No doubt Denver is experiencing a housing frenzy. The question is: Will the boom bust?
What they’re saying: "I don’t think there’s any chance of a bubble here. … We have people with a lot of equity," said real estate broker John Danyliw, who has worked in the local market for 50 years.
- "We’re going to be in this marketplace for quite a while. And hopefully we will not become California," he tells Axios.
State of play: House hunters in Denver are battling bidding wars, soaring prices and the pressure to make fast, rash decisions — including waiving their right to a property inspection — before their home of choice gets snapped up by another buyer.
- High demand continues to outstrip inventory across metro Denver, with the number of houses for sale dipping to historic lows, thanks in part to low mortgage rates that currently hover around 3%.
- Home value appreciation continues to increase into the high double-digits.
- Meanwhile, local realtors are undergoing the painstaking process of navigating an unprecedented market.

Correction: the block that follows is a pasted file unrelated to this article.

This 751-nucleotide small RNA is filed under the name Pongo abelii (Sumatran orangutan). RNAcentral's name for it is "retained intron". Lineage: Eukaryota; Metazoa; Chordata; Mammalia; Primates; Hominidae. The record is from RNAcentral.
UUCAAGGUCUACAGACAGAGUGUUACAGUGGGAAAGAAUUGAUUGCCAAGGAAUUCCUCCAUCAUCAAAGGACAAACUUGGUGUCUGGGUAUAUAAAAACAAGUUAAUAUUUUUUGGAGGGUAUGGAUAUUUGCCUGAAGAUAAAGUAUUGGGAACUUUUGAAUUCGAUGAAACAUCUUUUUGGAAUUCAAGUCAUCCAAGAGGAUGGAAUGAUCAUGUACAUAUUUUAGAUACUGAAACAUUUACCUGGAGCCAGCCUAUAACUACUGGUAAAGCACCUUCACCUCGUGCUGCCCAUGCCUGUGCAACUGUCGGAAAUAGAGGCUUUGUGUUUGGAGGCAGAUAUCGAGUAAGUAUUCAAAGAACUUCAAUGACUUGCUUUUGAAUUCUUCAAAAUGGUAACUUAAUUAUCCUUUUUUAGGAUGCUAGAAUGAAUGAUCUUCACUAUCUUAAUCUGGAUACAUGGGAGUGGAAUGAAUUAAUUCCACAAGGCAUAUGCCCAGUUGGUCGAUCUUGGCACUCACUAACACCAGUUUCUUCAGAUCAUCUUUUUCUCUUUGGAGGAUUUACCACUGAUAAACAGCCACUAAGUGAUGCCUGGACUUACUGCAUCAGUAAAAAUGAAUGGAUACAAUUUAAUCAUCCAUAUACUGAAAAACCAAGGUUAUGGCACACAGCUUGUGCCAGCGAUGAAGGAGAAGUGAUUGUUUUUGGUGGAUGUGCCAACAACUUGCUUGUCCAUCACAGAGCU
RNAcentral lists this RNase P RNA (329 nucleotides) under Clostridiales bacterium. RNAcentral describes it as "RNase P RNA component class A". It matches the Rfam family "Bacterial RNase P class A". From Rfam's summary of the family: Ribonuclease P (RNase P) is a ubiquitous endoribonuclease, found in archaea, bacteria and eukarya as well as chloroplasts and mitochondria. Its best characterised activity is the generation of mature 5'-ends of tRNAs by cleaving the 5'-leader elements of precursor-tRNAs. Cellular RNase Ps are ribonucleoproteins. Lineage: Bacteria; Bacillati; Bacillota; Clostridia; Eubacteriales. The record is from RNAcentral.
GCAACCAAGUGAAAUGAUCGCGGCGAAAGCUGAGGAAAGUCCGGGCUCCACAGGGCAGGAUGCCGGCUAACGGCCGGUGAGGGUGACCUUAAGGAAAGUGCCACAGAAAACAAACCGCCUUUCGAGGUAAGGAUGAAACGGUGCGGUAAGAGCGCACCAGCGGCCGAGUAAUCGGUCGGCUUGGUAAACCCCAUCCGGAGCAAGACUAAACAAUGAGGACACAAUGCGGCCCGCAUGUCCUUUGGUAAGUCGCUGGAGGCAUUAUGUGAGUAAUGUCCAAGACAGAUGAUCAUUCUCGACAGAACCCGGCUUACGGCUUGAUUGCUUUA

Of note: Denver’s housing woes reflect a national trend, with the country’s available homes hitting record lows.
The big picture: Industry leaders predict the market won’t slow down any time soon — meaning waiting to buy could be more costly in the long run.
- For example, holding off just one month to buy a $500,000 property from the end of February to the end of March would have cost an extra $35,000, according to the latest Denver Metro Association of Realtors data.
Between the lines: Most buyers in Denver aren’t profit-chasing investors, housing experts tell Axios, even though that's taking place elsewhere.
- "The investors I’ve talked to in this market don’t see any value here. … They’d be buying at the high side, which is not typically investors’ mantra," said Andrew Schiff, the owner and managing broker of Scout Real Estate Group.
By the numbers: The median sales price for a metro Denver home in March was $500K, up by about 12% from last year, according to DMAR.
- Single-family homes are selling this year nearly 37% faster than in 2020.
Flashback: There were more than 25,500 properties for sale in March 2008 compared to less than 2,000 today, DMAR reports.
The bottom line: "If rates remain low, demand picks up with new jobs, there's no increase in supply, and the only thing that moves is home prices, until people get priced out. … That would mean we are creating a divided society of haves and have-nots," National Association of Realtors chief economist Lawrence Yun tells Axios’ Felix Salmon.
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